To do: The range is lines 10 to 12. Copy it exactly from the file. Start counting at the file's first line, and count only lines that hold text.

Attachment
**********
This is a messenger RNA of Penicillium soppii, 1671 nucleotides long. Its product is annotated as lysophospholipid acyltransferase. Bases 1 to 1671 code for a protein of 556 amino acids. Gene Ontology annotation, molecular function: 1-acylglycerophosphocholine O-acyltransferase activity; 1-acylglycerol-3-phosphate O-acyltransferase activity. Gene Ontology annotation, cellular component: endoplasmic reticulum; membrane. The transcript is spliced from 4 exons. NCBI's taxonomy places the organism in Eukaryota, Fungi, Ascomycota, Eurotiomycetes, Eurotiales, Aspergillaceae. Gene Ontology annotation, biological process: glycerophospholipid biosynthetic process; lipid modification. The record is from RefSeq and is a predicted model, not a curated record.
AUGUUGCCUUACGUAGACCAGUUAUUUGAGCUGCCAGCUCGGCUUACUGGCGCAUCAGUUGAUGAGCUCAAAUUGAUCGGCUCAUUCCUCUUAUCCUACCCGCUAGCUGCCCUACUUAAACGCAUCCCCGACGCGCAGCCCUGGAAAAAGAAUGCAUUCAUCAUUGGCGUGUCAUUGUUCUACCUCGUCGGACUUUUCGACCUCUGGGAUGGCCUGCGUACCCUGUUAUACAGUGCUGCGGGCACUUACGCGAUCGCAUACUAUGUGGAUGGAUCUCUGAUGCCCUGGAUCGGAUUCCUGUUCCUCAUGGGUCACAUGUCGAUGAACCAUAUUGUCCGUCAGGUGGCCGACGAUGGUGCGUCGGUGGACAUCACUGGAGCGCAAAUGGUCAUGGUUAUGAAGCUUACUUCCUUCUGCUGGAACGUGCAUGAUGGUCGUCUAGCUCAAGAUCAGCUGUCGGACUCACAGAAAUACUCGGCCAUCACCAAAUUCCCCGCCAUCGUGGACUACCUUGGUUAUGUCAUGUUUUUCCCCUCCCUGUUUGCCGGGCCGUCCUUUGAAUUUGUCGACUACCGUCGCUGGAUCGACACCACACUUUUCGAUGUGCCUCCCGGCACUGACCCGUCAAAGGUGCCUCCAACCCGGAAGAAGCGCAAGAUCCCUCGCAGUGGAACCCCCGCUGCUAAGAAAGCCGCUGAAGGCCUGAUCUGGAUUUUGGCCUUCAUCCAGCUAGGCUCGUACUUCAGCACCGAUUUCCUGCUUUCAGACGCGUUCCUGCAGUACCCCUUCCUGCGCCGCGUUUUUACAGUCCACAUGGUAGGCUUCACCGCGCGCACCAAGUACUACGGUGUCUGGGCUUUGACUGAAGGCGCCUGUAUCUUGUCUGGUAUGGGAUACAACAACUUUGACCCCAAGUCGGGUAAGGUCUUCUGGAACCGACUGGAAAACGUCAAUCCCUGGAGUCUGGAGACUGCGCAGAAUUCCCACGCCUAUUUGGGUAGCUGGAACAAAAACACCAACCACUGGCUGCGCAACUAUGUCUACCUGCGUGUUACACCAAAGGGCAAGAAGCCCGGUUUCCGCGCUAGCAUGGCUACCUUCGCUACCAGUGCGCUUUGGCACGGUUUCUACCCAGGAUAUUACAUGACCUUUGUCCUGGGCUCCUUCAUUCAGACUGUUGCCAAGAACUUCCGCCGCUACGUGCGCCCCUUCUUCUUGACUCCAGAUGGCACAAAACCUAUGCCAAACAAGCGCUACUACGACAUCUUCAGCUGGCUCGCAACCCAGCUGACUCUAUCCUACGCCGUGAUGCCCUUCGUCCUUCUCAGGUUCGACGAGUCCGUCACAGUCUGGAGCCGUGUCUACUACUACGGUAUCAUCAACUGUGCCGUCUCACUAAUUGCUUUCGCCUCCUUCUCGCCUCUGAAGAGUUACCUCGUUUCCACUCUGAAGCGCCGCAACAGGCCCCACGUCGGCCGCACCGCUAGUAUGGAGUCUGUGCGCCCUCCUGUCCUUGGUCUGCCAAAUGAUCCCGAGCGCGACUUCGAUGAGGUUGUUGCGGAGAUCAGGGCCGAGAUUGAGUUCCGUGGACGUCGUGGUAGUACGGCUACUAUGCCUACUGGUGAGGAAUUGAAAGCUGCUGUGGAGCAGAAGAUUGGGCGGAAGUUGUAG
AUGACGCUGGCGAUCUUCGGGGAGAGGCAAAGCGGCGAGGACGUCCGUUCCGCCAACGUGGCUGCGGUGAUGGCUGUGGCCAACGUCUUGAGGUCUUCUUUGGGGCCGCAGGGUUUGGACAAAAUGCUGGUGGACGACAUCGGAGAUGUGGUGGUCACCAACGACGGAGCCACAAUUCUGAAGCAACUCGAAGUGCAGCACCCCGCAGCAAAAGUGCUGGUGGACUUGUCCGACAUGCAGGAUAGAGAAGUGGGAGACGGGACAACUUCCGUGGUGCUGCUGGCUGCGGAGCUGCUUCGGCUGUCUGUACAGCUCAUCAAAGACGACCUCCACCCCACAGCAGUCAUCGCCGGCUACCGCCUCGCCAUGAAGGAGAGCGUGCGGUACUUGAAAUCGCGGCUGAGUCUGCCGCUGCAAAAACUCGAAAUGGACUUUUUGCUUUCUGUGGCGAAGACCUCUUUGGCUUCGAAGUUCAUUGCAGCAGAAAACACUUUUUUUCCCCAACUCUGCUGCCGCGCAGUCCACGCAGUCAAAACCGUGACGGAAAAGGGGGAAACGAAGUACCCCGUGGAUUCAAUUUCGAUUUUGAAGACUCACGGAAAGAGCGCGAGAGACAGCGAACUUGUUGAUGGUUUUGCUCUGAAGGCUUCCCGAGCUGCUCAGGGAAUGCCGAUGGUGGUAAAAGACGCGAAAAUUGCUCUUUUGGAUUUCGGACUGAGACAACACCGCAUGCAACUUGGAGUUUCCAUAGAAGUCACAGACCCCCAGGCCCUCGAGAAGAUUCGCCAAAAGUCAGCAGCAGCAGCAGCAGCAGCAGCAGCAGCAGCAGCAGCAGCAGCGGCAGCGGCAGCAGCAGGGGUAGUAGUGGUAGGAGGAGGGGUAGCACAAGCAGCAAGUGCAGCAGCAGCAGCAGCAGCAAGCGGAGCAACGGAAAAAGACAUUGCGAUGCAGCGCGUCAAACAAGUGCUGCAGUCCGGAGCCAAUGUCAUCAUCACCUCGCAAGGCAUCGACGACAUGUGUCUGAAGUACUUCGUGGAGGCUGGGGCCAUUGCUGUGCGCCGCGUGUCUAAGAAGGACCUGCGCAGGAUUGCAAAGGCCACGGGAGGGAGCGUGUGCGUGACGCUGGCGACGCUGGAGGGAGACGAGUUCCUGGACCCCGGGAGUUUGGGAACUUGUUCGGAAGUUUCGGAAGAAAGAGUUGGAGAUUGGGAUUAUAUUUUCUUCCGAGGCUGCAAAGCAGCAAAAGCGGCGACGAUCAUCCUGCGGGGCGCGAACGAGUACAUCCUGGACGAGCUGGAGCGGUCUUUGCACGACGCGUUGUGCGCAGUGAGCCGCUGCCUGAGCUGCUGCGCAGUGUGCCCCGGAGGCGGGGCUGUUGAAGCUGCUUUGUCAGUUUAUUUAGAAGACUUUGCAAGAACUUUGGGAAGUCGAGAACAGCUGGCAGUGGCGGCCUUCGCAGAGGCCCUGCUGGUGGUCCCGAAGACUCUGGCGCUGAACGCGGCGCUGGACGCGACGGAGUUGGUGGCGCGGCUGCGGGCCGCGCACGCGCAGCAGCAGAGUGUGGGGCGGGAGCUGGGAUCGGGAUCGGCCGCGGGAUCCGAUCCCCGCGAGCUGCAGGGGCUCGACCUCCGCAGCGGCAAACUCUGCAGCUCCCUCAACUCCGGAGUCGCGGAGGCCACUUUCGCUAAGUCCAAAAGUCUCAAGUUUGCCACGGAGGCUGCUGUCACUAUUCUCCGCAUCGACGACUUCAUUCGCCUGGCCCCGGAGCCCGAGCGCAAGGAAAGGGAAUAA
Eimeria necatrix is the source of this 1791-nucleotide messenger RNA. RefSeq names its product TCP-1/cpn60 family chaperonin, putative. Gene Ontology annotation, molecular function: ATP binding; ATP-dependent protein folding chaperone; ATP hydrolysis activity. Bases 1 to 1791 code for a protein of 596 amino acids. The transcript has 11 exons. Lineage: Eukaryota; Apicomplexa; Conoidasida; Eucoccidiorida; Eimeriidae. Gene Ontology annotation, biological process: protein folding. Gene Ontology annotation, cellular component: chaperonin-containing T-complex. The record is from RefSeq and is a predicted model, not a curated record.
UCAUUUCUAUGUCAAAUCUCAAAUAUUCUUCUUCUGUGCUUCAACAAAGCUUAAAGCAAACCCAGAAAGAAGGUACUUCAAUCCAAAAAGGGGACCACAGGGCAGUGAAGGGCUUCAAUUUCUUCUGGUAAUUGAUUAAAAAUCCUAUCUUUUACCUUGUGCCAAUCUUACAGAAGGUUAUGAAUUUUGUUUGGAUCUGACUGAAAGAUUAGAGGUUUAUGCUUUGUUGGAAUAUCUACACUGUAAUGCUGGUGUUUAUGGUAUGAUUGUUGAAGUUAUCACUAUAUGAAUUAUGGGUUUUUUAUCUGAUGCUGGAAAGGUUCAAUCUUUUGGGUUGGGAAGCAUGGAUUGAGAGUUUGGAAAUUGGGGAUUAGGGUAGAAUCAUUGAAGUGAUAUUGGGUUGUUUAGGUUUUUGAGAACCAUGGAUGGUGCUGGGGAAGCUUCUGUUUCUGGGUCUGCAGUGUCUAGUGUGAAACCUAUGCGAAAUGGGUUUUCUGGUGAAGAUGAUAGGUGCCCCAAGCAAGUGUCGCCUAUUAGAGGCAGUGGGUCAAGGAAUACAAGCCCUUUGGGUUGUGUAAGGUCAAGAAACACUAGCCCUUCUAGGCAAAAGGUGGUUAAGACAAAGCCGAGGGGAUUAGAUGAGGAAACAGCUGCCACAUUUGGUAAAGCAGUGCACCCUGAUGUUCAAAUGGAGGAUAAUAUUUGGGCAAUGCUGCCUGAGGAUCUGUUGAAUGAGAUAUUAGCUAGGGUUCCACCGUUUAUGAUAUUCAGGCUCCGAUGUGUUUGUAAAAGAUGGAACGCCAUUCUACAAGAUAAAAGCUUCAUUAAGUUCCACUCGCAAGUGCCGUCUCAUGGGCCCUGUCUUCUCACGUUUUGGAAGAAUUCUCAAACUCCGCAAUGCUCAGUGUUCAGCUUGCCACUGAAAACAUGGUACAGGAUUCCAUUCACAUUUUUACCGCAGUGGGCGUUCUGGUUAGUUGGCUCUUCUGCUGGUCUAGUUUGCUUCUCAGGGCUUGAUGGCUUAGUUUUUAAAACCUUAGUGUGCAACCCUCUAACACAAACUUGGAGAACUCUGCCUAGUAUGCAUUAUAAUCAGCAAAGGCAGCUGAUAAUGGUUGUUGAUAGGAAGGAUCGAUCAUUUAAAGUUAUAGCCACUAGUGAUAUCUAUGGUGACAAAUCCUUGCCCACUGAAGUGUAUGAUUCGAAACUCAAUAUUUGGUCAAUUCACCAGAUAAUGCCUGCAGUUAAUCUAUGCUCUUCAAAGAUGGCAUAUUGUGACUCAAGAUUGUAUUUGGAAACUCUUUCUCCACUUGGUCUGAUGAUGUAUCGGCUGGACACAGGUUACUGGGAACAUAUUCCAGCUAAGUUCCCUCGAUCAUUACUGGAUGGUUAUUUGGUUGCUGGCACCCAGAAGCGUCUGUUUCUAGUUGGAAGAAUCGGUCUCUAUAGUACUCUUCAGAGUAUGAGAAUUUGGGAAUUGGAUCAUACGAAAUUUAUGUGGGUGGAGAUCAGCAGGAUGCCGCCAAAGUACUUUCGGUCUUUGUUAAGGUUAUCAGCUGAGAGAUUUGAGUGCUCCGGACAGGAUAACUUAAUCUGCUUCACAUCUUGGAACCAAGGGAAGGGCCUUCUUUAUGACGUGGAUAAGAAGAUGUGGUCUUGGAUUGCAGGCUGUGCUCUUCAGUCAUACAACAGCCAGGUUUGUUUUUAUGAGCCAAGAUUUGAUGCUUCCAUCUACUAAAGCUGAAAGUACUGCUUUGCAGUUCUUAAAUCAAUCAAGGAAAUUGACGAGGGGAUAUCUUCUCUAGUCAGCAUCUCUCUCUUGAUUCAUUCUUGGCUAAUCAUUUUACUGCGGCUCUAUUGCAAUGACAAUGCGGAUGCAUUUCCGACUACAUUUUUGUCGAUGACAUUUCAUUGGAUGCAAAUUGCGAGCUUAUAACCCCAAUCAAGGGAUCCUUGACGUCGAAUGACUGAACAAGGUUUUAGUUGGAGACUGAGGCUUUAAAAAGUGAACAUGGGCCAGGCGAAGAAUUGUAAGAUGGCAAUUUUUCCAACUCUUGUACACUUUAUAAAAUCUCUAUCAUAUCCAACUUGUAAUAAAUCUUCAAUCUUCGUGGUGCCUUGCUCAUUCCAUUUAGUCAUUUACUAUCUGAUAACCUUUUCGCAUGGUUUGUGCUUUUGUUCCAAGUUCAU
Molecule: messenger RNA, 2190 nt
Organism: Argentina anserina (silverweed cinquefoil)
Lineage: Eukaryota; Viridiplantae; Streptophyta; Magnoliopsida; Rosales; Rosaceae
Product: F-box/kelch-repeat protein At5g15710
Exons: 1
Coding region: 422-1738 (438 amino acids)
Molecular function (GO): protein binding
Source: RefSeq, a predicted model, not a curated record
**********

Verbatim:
Exons: 1
Coding region: 422-1738 (438 amino acids)
Molecular function (GO): protein binding